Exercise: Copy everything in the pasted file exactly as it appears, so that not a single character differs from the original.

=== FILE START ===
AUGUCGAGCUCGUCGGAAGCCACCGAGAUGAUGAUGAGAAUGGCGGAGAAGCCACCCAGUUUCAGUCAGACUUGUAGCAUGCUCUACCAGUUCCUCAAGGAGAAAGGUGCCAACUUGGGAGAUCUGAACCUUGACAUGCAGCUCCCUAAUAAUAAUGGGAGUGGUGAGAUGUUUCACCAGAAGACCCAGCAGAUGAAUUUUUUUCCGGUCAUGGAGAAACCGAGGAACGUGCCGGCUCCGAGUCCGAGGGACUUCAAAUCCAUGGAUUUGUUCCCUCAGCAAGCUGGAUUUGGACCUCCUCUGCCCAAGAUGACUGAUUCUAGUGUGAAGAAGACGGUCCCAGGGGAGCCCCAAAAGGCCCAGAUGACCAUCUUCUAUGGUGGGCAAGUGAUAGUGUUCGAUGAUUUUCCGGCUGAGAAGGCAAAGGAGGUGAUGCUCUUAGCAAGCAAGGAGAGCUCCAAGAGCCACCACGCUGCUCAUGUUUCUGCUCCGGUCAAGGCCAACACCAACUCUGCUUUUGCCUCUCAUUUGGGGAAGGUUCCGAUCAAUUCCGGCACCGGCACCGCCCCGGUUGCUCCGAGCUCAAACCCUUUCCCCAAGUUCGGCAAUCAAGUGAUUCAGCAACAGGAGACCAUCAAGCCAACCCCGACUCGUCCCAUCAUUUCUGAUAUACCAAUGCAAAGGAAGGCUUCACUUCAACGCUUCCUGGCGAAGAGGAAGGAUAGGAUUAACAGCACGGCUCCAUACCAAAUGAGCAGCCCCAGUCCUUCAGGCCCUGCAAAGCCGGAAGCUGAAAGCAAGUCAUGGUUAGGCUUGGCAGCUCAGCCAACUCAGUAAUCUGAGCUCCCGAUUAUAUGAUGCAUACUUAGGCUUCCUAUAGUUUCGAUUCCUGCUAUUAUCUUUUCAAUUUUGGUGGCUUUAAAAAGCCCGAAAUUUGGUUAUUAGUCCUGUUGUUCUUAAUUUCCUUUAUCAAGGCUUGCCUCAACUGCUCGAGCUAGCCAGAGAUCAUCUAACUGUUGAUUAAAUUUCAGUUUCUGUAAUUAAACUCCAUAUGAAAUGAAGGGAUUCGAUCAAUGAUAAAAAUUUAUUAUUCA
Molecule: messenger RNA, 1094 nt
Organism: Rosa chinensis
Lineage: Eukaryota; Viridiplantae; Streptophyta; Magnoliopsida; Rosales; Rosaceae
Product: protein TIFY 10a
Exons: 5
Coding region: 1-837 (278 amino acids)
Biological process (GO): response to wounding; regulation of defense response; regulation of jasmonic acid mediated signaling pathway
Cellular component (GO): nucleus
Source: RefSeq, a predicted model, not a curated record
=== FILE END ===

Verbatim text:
AUGUCGAGCUCGUCGGAAGCCACCGAGAUGAUGAUGAGAAUGGCGGAGAAGCCACCCAGUUUCAGUCAGACUUGUAGCAUGCUCUACCAGUUCCUCAAGGAGAAAGGUGCCAACUUGGGAGAUCUGAACCUUGACAUGCAGCUCCCUAAUAAUAAUGGGAGUGGUGAGAUGUUUCACCAGAAGACCCAGCAGAUGAAUUUUUUUCCGGUCAUGGAGAAACCGAGGAACGUGCCGGCUCCGAGUCCGAGGGACUUCAAAUCCAUGGAUUUGUUCCCUCAGCAAGCUGGAUUUGGACCUCCUCUGCCCAAGAUGACUGAUUCUAGUGUGAAGAAGACGGUCCCAGGGGAGCCCCAAAAGGCCCAGAUGACCAUCUUCUAUGGUGGGCAAGUGAUAGUGUUCGAUGAUUUUCCGGCUGAGAAGGCAAAGGAGGUGAUGCUCUUAGCAAGCAAGGAGAGCUCCAAGAGCCACCACGCUGCUCAUGUUUCUGCUCCGGUCAAGGCCAACACCAACUCUGCUUUUGCCUCUCAUUUGGGGAAGGUUCCGAUCAAUUCCGGCACCGGCACCGCCCCGGUUGCUCCGAGCUCAAACCCUUUCCCCAAGUUCGGCAAUCAAGUGAUUCAGCAACAGGAGACCAUCAAGCCAACCCCGACUCGUCCCAUCAUUUCUGAUAUACCAAUGCAAAGGAAGGCUUCACUUCAACGCUUCCUGGCGAAGAGGAAGGAUAGGAUUAACAGCACGGCUCCAUACCAAAUGAGCAGCCCCAGUCCUUCAGGCCCUGCAAAGCCGGAAGCUGAAAGCAAGUCAUGGUUAGGCUUGGCAGCUCAGCCAACUCAGUAAUCUGAGCUCCCGAUUAUAUGAUGCAUACUUAGGCUUCCUAUAGUUUCGAUUCCUGCUAUUAUCUUUUCAAUUUUGGUGGCUUUAAAAAGCCCGAAAUUUGGUUAUUAGUCCUGUUGUUCUUAAUUUCCUUUAUCAAGGCUUGCCUCAACUGCUCGAGCUAGCCAGAGAUCAUCUAACUGUUGAUUAAAUUUCAGUUUCUGUAAUUAAACUCCAUAUGAAAUGAAGGGAUUCGAUCAAUGAUAAAAAUUUAUUAUUCA
Molecule: messenger RNA, 1094 nt
Organism: Rosa chinensis
Lineage: Eukaryota; Viridiplantae; Streptophyta; Magnoliopsida; Rosales; Rosaceae
Product: protein TIFY 10a
Exons: 5
Coding region: 1-837 (278 amino acids)
Biological process (GO): response to wounding; regulation of defense response; regulation of jasmonic acid mediated signaling pathway
Cellular component (GO): nucleus
Source: RefSeq, a predicted model, not a curated record